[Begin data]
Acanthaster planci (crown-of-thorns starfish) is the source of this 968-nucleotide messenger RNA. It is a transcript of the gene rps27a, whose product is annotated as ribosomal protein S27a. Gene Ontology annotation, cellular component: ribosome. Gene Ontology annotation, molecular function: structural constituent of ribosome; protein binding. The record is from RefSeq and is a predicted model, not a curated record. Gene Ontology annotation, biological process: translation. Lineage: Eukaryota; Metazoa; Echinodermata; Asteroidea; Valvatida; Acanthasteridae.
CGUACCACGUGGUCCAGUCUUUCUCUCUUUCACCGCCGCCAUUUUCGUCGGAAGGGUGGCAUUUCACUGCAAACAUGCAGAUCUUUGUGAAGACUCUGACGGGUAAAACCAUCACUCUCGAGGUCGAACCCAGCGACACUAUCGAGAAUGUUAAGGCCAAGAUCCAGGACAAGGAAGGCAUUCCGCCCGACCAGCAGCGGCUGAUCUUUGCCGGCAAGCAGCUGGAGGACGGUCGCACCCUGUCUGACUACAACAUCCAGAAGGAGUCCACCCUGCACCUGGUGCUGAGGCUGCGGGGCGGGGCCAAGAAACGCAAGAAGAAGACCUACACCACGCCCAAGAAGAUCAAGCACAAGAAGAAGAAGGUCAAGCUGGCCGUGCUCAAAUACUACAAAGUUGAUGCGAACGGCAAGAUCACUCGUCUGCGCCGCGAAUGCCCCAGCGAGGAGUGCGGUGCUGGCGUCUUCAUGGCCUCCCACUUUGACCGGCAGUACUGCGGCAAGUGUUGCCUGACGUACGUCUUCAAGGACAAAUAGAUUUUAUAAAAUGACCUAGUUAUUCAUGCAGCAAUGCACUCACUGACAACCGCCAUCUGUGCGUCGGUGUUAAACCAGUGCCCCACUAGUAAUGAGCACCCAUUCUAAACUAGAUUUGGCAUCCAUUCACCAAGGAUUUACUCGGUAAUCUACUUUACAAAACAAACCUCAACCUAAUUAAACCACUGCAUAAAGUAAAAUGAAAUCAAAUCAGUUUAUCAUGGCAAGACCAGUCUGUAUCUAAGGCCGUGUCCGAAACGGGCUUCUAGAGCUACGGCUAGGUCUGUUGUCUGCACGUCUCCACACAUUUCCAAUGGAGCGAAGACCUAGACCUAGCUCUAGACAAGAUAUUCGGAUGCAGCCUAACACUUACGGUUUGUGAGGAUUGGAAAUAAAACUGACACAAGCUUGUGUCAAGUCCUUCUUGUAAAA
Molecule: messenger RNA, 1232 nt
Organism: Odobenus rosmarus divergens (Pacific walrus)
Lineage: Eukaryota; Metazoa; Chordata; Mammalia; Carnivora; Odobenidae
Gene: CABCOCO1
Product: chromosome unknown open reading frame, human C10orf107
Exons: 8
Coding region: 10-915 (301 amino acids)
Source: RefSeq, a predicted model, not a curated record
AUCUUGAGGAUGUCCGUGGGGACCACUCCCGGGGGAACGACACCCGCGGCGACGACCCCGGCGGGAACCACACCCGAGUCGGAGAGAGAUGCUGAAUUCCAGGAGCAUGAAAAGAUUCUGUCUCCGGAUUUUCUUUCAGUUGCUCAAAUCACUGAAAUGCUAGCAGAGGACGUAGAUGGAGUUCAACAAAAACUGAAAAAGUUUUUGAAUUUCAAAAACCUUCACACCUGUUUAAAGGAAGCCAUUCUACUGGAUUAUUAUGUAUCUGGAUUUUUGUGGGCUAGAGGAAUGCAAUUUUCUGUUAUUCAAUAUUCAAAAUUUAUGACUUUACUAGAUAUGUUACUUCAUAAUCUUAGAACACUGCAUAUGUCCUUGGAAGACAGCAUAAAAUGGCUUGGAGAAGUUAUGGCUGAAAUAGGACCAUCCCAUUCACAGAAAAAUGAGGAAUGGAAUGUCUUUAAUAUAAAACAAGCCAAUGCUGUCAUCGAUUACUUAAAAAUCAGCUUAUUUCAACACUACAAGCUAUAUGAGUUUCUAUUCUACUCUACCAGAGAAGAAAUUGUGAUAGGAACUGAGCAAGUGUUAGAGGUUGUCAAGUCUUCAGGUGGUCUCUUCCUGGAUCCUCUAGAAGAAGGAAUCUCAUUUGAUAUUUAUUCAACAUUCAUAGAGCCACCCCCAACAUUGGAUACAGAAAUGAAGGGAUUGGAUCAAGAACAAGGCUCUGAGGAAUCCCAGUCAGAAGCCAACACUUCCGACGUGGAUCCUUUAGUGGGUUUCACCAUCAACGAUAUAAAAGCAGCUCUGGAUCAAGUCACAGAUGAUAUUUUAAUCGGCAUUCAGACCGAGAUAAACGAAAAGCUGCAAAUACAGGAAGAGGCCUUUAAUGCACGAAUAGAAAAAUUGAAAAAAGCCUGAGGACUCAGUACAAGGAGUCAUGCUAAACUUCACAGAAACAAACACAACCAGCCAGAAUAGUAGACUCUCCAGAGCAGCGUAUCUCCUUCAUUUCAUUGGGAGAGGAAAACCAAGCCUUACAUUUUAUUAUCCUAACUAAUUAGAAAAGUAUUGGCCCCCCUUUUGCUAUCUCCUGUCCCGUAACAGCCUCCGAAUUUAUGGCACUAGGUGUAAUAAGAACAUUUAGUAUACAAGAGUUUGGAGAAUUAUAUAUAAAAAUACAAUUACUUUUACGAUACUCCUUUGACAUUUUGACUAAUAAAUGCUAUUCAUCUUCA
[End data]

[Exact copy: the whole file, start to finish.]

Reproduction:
Acanthaster planci (crown-of-thorns starfish) is the source of this 968-nucleotide messenger RNA. It is a transcript of the gene rps27a, whose product is annotated as ribosomal protein S27a. Gene Ontology annotation, cellular component: ribosome. Gene Ontology annotation, molecular function: structural constituent of ribosome; protein binding. The record is from RefSeq and is a predicted model, not a curated record. Gene Ontology annotation, biological process: translation. Lineage: Eukaryota; Metazoa; Echinodermata; Asteroidea; Valvatida; Acanthasteridae.
CGUACCACGUGGUCCAGUCUUUCUCUCUUUCACCGCCGCCAUUUUCGUCGGAAGGGUGGCAUUUCACUGCAAACAUGCAGAUCUUUGUGAAGACUCUGACGGGUAAAACCAUCACUCUCGAGGUCGAACCCAGCGACACUAUCGAGAAUGUUAAGGCCAAGAUCCAGGACAAGGAAGGCAUUCCGCCCGACCAGCAGCGGCUGAUCUUUGCCGGCAAGCAGCUGGAGGACGGUCGCACCCUGUCUGACUACAACAUCCAGAAGGAGUCCACCCUGCACCUGGUGCUGAGGCUGCGGGGCGGGGCCAAGAAACGCAAGAAGAAGACCUACACCACGCCCAAGAAGAUCAAGCACAAGAAGAAGAAGGUCAAGCUGGCCGUGCUCAAAUACUACAAAGUUGAUGCGAACGGCAAGAUCACUCGUCUGCGCCGCGAAUGCCCCAGCGAGGAGUGCGGUGCUGGCGUCUUCAUGGCCUCCCACUUUGACCGGCAGUACUGCGGCAAGUGUUGCCUGACGUACGUCUUCAAGGACAAAUAGAUUUUAUAAAAUGACCUAGUUAUUCAUGCAGCAAUGCACUCACUGACAACCGCCAUCUGUGCGUCGGUGUUAAACCAGUGCCCCACUAGUAAUGAGCACCCAUUCUAAACUAGAUUUGGCAUCCAUUCACCAAGGAUUUACUCGGUAAUCUACUUUACAAAACAAACCUCAACCUAAUUAAACCACUGCAUAAAGUAAAAUGAAAUCAAAUCAGUUUAUCAUGGCAAGACCAGUCUGUAUCUAAGGCCGUGUCCGAAACGGGCUUCUAGAGCUACGGCUAGGUCUGUUGUCUGCACGUCUCCACACAUUUCCAAUGGAGCGAAGACCUAGACCUAGCUCUAGACAAGAUAUUCGGAUGCAGCCUAACACUUACGGUUUGUGAGGAUUGGAAAUAAAACUGACACAAGCUUGUGUCAAGUCCUUCUUGUAAAA
Molecule: messenger RNA, 1232 nt
Organism: Odobenus rosmarus divergens (Pacific walrus)
Lineage: Eukaryota; Metazoa; Chordata; Mammalia; Carnivora; Odobenidae
Gene: CABCOCO1
Product: chromosome unknown open reading frame, human C10orf107
Exons: 8
Coding region: 10-915 (301 amino acids)
Source: RefSeq, a predicted model, not a curated record
AUCUUGAGGAUGUCCGUGGGGACCACUCCCGGGGGAACGACACCCGCGGCGACGACCCCGGCGGGAACCACACCCGAGUCGGAGAGAGAUGCUGAAUUCCAGGAGCAUGAAAAGAUUCUGUCUCCGGAUUUUCUUUCAGUUGCUCAAAUCACUGAAAUGCUAGCAGAGGACGUAGAUGGAGUUCAACAAAAACUGAAAAAGUUUUUGAAUUUCAAAAACCUUCACACCUGUUUAAAGGAAGCCAUUCUACUGGAUUAUUAUGUAUCUGGAUUUUUGUGGGCUAGAGGAAUGCAAUUUUCUGUUAUUCAAUAUUCAAAAUUUAUGACUUUACUAGAUAUGUUACUUCAUAAUCUUAGAACACUGCAUAUGUCCUUGGAAGACAGCAUAAAAUGGCUUGGAGAAGUUAUGGCUGAAAUAGGACCAUCCCAUUCACAGAAAAAUGAGGAAUGGAAUGUCUUUAAUAUAAAACAAGCCAAUGCUGUCAUCGAUUACUUAAAAAUCAGCUUAUUUCAACACUACAAGCUAUAUGAGUUUCUAUUCUACUCUACCAGAGAAGAAAUUGUGAUAGGAACUGAGCAAGUGUUAGAGGUUGUCAAGUCUUCAGGUGGUCUCUUCCUGGAUCCUCUAGAAGAAGGAAUCUCAUUUGAUAUUUAUUCAACAUUCAUAGAGCCACCCCCAACAUUGGAUACAGAAAUGAAGGGAUUGGAUCAAGAACAAGGCUCUGAGGAAUCCCAGUCAGAAGCCAACACUUCCGACGUGGAUCCUUUAGUGGGUUUCACCAUCAACGAUAUAAAAGCAGCUCUGGAUCAAGUCACAGAUGAUAUUUUAAUCGGCAUUCAGACCGAGAUAAACGAAAAGCUGCAAAUACAGGAAGAGGCCUUUAAUGCACGAAUAGAAAAAUUGAAAAAAGCCUGAGGACUCAGUACAAGGAGUCAUGCUAAACUUCACAGAAACAAACACAACCAGCCAGAAUAGUAGACUCUCCAGAGCAGCGUAUCUCCUUCAUUUCAUUGGGAGAGGAAAACCAAGCCUUACAUUUUAUUAUCCUAACUAAUUAGAAAAGUAUUGGCCCCCCUUUUGCUAUCUCCUGUCCCGUAACAGCCUCCGAAUUUAUGGCACUAGGUGUAAUAAGAACAUUUAGUAUACAAGAGUUUGGAGAAUUAUAUAUAAAAAUACAAUUACUUUUACGAUACUCCUUUGACAUUUUGACUAAUAAAUGCUAUUCAUCUUCA